Don’t get too comfortable.
As I sat on the sofa last night mentally planning for my return to Tembagapura in a couple of weeks, I got a call from hubby Todd. I asked him how the morale was up on the mountain, since the Indonesian government and Freeport have been in dispute since the beginning of the year. “So-and-so is leaving, as is what’s-her-name, I see on Facebook,” I mentioned. “And so is Todd,” he remarks. He was handed papers right before a safety meeting, and once back to his office proceeded to read the information on his termination and subsequent “repatriation”. “But I get to come back, right, and help pack,” I ask.
This is not the case. There are probably more than 20 ex-pats and their families being laid-off, or made redundant, no one knows the exact number as the carnage is not complete. At least one couple was notified while they were out and told not to come back. Their belongings would be sent. The company certainly has no choice but to slash production, and we hold no malice toward it or those poor superiors who had to deliver the news. I am just so very sad that I’m not given the opportunity to return to the mountain to say goodbye to “the people”. I had such hopes of returning and fostering some solid friendships that I had only just begun to nourish. Why don’t you just go back and visit some day, you ask? Entering this mining town is only accessible to employees and immediate family members. Once Todd has come home we will not be permitted back.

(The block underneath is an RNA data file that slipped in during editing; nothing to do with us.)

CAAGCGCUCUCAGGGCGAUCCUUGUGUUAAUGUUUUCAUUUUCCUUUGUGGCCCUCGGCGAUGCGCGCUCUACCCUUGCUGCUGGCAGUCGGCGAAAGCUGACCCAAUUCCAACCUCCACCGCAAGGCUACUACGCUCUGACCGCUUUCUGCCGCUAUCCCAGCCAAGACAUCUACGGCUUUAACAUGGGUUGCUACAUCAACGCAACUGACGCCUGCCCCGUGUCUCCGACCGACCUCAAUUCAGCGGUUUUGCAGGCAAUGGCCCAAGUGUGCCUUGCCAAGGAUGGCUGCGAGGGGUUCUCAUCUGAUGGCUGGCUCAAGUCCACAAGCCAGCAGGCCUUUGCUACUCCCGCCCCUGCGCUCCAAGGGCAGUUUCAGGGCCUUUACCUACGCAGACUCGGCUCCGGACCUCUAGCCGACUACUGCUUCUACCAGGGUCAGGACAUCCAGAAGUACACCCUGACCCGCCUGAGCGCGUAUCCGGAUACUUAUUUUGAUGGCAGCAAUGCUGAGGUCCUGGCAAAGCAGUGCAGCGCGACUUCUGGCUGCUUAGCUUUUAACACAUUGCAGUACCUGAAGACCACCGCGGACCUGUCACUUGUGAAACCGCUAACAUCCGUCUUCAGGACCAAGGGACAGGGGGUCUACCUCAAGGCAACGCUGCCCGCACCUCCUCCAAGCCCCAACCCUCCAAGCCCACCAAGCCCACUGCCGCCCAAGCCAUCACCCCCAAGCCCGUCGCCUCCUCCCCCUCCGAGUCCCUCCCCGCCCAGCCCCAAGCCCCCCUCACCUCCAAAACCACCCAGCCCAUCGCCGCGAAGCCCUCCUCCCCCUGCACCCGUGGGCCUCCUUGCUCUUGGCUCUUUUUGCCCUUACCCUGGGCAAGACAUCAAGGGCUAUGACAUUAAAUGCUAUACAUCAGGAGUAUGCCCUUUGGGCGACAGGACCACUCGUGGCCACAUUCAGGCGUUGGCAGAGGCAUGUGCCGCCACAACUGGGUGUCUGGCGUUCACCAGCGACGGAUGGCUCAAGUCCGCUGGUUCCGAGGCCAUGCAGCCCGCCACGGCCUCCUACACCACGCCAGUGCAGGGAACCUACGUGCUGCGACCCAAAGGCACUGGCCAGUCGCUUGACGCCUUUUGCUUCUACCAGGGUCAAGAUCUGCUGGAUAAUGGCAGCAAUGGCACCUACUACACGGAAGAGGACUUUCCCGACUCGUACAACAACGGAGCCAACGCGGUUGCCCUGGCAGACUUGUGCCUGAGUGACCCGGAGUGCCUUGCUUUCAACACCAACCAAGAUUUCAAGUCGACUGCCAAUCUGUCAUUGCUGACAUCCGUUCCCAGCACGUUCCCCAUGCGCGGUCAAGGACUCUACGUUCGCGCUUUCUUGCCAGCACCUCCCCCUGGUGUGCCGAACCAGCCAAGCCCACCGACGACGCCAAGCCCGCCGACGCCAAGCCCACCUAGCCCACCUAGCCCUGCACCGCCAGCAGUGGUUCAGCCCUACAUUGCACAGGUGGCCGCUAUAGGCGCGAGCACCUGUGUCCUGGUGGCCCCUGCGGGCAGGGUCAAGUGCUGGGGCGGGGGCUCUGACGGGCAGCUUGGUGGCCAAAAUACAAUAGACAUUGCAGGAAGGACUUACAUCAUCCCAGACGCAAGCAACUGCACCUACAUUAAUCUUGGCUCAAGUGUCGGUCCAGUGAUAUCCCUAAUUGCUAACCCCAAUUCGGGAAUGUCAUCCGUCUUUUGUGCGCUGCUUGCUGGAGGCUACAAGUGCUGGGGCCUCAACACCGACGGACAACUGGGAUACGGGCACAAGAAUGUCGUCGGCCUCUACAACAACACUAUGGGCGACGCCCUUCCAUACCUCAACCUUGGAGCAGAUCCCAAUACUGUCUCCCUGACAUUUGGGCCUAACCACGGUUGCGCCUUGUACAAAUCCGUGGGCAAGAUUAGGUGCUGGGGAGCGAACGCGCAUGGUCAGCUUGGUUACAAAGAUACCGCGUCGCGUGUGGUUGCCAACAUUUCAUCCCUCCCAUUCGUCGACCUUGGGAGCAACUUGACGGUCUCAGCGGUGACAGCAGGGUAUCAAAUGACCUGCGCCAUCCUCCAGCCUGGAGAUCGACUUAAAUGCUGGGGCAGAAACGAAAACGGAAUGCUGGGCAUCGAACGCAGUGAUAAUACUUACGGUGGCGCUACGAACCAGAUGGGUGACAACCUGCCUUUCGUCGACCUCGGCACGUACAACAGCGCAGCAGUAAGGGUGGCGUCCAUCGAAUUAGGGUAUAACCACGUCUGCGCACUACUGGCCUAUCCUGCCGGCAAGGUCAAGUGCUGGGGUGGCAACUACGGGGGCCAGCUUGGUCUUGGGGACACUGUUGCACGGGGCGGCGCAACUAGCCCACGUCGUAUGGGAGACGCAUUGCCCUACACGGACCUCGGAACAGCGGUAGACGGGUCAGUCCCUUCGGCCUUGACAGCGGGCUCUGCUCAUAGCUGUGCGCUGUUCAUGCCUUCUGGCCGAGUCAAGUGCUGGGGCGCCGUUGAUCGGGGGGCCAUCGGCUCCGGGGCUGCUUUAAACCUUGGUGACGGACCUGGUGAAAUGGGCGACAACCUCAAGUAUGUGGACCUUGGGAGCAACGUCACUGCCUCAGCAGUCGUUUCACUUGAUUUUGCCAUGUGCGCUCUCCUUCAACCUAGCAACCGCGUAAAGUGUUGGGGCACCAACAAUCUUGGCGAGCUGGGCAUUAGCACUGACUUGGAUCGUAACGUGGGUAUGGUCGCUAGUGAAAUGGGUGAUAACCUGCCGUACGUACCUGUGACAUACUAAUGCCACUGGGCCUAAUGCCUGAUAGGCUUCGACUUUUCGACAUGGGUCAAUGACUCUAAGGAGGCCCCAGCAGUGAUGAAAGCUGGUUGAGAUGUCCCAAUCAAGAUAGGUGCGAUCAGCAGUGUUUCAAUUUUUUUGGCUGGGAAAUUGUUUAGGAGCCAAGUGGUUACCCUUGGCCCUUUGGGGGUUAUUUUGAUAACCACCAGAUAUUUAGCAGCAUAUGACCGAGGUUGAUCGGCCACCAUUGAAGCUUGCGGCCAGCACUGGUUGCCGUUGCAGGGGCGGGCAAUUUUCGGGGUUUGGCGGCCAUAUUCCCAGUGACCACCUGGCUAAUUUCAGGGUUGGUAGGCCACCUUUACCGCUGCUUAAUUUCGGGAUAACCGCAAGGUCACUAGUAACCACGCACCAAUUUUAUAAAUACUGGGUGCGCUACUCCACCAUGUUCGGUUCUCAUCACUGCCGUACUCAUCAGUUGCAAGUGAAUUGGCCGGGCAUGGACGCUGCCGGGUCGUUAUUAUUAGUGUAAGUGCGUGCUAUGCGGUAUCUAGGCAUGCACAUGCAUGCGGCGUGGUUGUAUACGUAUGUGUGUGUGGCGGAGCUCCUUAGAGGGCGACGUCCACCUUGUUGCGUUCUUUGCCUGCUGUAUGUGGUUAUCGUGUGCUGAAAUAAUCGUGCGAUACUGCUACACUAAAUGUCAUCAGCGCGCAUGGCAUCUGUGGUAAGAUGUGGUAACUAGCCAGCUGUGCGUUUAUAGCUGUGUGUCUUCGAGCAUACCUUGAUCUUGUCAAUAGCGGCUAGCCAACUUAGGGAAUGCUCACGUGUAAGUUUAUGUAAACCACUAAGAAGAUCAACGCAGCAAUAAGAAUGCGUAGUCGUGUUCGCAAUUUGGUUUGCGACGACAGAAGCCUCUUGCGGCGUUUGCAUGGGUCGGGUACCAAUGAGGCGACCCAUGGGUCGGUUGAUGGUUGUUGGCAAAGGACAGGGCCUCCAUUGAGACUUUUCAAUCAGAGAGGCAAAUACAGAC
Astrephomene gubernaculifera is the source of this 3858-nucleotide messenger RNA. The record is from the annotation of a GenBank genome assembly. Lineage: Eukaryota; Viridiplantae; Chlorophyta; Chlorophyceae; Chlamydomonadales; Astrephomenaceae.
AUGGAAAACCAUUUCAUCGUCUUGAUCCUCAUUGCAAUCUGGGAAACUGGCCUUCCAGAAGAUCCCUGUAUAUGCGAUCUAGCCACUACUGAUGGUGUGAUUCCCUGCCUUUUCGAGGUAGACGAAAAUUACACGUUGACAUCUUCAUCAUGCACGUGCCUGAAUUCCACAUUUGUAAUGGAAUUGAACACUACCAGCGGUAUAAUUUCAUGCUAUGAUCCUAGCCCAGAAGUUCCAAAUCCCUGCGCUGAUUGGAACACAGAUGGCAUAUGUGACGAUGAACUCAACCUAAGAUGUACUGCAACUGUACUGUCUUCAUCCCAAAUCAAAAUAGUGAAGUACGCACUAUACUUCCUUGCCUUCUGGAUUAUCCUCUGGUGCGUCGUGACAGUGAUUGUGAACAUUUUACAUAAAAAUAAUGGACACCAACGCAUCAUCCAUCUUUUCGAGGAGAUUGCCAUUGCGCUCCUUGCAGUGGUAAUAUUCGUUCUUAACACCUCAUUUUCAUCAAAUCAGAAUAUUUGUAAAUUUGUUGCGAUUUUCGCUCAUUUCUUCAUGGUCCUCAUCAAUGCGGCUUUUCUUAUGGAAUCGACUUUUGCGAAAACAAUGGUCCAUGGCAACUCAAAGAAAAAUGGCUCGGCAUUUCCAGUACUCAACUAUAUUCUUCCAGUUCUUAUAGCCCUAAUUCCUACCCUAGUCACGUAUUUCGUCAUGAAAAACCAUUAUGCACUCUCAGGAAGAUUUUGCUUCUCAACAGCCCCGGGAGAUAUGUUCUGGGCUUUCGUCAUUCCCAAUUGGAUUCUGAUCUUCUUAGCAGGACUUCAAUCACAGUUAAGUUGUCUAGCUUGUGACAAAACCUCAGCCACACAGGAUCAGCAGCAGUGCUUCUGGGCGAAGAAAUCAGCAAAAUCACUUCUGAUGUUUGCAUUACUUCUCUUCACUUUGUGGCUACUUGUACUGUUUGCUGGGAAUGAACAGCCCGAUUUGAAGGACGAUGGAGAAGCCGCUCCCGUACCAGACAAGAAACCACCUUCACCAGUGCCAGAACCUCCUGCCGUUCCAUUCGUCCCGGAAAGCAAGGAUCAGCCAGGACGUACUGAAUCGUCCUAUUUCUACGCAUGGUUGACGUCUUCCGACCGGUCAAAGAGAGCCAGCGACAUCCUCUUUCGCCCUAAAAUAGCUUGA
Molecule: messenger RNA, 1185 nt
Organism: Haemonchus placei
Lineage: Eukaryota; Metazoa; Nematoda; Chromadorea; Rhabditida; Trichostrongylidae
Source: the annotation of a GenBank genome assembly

I miss our little apartment with the bugs and the Papuan women who clean their produce in our yard. I miss walks beneath the towering mountains and flowers everywhere. The children of all colors and the rain. I miss the coffee shop, the stinky Hero grocery store and Norma at the Lupe. The Papuans playing pool, lining up their four Bintang beers at the pool tables and smoking. There are things I won’t miss, but those are not in the front of my mind now.
The tears have not ceased in about 24 hours, but they will. There are also beautiful, caring, smart and vibrant people here too, after all. Tembagapura has transformed me in positive ways and I hope not to take the experience for granted, but instead to use them to enrich my and others’ lives.